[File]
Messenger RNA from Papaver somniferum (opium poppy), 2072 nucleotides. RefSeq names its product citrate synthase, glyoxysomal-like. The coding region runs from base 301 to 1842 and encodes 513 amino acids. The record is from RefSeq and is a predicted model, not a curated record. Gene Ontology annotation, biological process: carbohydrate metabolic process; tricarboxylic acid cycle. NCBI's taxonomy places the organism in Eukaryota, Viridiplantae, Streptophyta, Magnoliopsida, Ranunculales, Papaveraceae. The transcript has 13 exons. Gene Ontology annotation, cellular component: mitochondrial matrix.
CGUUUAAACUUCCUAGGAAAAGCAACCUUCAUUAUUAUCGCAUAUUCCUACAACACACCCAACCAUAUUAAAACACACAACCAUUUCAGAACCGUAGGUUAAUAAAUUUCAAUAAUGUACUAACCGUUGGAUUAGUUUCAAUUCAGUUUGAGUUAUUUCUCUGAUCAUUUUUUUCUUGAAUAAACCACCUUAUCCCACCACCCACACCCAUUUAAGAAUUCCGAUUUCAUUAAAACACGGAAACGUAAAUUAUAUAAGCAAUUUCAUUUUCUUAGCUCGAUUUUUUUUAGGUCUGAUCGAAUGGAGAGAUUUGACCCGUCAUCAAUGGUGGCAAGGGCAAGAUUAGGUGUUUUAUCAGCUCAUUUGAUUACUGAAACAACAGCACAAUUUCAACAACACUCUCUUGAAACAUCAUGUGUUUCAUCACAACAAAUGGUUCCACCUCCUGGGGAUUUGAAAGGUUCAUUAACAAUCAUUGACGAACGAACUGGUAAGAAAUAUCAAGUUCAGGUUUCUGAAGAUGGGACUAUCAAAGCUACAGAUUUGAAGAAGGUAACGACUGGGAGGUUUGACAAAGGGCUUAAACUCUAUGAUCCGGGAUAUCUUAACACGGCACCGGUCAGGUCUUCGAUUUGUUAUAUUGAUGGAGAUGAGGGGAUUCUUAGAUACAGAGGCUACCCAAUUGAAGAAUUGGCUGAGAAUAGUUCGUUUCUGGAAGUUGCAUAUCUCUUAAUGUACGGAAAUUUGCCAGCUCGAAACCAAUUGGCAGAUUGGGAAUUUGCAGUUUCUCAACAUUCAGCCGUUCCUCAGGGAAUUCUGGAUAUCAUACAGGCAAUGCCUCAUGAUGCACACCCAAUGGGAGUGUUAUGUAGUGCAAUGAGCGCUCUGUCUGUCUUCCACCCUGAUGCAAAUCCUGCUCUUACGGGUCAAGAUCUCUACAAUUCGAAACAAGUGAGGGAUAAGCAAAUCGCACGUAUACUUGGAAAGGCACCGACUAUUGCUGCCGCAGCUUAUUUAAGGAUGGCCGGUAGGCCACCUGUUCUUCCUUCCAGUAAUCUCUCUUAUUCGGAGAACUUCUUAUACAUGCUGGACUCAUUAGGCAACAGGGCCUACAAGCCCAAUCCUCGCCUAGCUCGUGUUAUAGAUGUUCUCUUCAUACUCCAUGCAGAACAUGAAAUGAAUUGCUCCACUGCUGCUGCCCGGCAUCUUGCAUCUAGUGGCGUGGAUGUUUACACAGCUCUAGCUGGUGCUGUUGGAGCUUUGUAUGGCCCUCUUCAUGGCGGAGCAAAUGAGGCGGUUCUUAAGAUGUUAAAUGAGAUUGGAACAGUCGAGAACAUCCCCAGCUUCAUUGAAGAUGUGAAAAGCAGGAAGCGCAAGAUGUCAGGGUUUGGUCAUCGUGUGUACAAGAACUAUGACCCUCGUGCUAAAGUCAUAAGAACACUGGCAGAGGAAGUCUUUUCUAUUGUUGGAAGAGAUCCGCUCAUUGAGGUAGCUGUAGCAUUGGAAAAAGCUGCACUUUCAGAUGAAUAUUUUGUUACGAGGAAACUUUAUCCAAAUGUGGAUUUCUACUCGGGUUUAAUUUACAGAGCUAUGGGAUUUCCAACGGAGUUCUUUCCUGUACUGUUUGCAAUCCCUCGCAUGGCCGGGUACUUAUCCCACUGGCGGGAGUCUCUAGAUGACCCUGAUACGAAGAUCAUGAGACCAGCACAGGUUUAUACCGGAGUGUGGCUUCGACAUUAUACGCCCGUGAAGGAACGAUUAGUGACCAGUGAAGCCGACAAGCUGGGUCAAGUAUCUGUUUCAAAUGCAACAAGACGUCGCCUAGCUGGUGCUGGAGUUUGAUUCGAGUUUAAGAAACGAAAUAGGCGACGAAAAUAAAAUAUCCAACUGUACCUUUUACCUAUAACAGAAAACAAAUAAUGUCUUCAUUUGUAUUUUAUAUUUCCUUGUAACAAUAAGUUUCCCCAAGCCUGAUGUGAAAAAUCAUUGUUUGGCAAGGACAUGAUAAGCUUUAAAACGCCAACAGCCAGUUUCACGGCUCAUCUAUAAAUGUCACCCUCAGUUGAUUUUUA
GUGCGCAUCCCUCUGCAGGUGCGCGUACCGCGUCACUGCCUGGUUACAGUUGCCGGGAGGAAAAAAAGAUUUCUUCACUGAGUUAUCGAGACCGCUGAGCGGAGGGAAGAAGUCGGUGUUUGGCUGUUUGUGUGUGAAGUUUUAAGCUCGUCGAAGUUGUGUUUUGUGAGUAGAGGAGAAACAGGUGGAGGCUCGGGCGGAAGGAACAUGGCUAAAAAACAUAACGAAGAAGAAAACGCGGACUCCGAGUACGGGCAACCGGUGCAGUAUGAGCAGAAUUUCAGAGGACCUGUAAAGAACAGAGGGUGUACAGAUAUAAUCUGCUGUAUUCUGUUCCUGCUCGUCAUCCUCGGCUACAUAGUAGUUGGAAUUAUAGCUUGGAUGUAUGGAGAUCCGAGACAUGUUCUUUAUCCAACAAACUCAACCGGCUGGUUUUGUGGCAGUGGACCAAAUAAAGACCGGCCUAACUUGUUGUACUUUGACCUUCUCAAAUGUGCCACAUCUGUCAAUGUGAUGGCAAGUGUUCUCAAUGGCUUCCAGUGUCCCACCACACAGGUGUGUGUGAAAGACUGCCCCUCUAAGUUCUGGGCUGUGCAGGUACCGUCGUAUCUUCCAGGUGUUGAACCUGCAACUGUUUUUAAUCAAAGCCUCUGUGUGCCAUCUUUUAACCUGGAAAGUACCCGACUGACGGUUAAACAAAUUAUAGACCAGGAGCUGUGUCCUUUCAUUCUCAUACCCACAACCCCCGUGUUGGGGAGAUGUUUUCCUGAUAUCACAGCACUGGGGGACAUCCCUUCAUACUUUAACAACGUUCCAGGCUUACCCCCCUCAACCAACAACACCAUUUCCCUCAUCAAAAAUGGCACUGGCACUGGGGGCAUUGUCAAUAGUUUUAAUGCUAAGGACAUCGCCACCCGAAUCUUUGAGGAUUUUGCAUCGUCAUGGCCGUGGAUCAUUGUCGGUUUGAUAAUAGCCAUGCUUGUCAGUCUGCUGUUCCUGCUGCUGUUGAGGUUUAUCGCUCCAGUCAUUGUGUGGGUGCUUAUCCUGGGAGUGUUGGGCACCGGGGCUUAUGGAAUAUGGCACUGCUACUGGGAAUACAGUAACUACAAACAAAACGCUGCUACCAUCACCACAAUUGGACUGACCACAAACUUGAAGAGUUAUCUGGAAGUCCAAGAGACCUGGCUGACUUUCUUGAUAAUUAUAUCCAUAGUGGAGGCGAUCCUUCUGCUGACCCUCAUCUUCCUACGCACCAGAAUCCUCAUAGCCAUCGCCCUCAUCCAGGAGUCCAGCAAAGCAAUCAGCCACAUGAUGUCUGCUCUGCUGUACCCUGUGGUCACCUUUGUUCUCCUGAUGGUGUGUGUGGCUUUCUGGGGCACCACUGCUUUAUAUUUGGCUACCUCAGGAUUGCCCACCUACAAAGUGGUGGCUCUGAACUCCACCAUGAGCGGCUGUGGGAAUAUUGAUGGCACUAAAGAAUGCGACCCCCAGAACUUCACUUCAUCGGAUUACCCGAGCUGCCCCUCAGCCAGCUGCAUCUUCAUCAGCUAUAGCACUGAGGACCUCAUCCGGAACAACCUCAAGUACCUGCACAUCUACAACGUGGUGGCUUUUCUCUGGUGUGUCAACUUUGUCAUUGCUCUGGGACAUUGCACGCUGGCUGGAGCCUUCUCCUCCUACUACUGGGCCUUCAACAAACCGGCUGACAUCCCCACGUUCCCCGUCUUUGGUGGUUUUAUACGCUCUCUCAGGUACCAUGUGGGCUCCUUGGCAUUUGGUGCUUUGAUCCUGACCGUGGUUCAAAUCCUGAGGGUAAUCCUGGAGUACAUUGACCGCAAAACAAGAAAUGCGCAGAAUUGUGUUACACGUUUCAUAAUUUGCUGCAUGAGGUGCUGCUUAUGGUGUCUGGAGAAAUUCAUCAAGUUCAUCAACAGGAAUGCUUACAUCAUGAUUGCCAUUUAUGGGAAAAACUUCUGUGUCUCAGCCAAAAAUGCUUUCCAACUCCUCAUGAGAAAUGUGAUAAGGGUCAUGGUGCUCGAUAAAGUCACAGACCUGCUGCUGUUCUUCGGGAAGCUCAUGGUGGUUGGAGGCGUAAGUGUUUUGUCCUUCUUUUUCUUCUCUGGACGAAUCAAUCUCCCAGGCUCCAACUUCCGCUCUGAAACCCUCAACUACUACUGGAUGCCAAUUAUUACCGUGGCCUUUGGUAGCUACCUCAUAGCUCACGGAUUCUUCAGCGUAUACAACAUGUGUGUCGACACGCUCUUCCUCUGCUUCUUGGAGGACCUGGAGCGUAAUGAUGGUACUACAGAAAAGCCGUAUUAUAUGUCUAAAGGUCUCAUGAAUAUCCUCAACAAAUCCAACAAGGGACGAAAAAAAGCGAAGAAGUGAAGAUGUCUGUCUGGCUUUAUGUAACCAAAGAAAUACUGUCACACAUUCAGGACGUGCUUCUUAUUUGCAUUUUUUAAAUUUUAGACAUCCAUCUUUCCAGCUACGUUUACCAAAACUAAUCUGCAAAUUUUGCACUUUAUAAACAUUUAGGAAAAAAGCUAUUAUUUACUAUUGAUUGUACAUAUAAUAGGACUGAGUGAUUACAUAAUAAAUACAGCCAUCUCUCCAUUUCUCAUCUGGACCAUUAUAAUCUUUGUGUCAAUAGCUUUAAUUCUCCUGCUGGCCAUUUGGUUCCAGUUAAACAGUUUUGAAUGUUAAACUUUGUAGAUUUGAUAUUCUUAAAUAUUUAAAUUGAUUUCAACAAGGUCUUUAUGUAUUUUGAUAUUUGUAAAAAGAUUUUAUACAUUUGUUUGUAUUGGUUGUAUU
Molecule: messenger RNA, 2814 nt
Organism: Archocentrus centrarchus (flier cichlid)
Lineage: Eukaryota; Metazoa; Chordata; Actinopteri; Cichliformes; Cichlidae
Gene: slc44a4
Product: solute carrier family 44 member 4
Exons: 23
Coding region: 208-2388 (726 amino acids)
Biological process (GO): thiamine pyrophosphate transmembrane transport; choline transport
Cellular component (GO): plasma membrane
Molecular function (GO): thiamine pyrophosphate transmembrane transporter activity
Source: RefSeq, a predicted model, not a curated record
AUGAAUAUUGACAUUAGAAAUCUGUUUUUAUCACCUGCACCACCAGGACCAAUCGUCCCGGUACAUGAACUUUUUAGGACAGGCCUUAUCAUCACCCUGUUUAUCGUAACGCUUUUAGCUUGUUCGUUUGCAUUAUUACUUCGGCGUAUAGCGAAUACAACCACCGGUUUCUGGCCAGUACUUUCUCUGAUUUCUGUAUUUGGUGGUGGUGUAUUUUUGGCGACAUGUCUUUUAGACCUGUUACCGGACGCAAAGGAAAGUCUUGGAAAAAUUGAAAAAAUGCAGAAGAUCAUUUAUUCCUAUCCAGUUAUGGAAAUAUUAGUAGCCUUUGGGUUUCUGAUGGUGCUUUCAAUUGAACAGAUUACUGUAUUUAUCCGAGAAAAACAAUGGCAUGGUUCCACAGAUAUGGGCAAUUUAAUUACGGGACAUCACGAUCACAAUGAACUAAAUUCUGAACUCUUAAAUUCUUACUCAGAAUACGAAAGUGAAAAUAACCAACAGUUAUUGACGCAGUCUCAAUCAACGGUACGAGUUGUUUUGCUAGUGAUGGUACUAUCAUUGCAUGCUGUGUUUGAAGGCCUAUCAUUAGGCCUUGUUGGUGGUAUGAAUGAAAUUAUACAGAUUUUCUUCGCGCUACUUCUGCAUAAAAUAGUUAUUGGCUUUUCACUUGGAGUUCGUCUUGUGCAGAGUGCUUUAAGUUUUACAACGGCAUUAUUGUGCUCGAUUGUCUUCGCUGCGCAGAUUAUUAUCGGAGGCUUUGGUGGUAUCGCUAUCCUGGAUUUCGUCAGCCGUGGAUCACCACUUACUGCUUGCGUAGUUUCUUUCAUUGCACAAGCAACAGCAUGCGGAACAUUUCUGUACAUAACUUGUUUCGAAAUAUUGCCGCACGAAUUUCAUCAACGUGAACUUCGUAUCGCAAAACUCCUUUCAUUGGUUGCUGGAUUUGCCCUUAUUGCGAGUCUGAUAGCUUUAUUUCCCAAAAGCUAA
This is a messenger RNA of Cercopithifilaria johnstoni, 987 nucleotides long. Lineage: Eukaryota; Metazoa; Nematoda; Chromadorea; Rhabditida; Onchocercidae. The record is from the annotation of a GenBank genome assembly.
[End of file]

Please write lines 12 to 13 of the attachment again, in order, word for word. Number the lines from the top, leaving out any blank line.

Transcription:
Cellular component (GO): plasma membrane
Molecular function (GO): thiamine pyrophosphate transmembrane transporter activity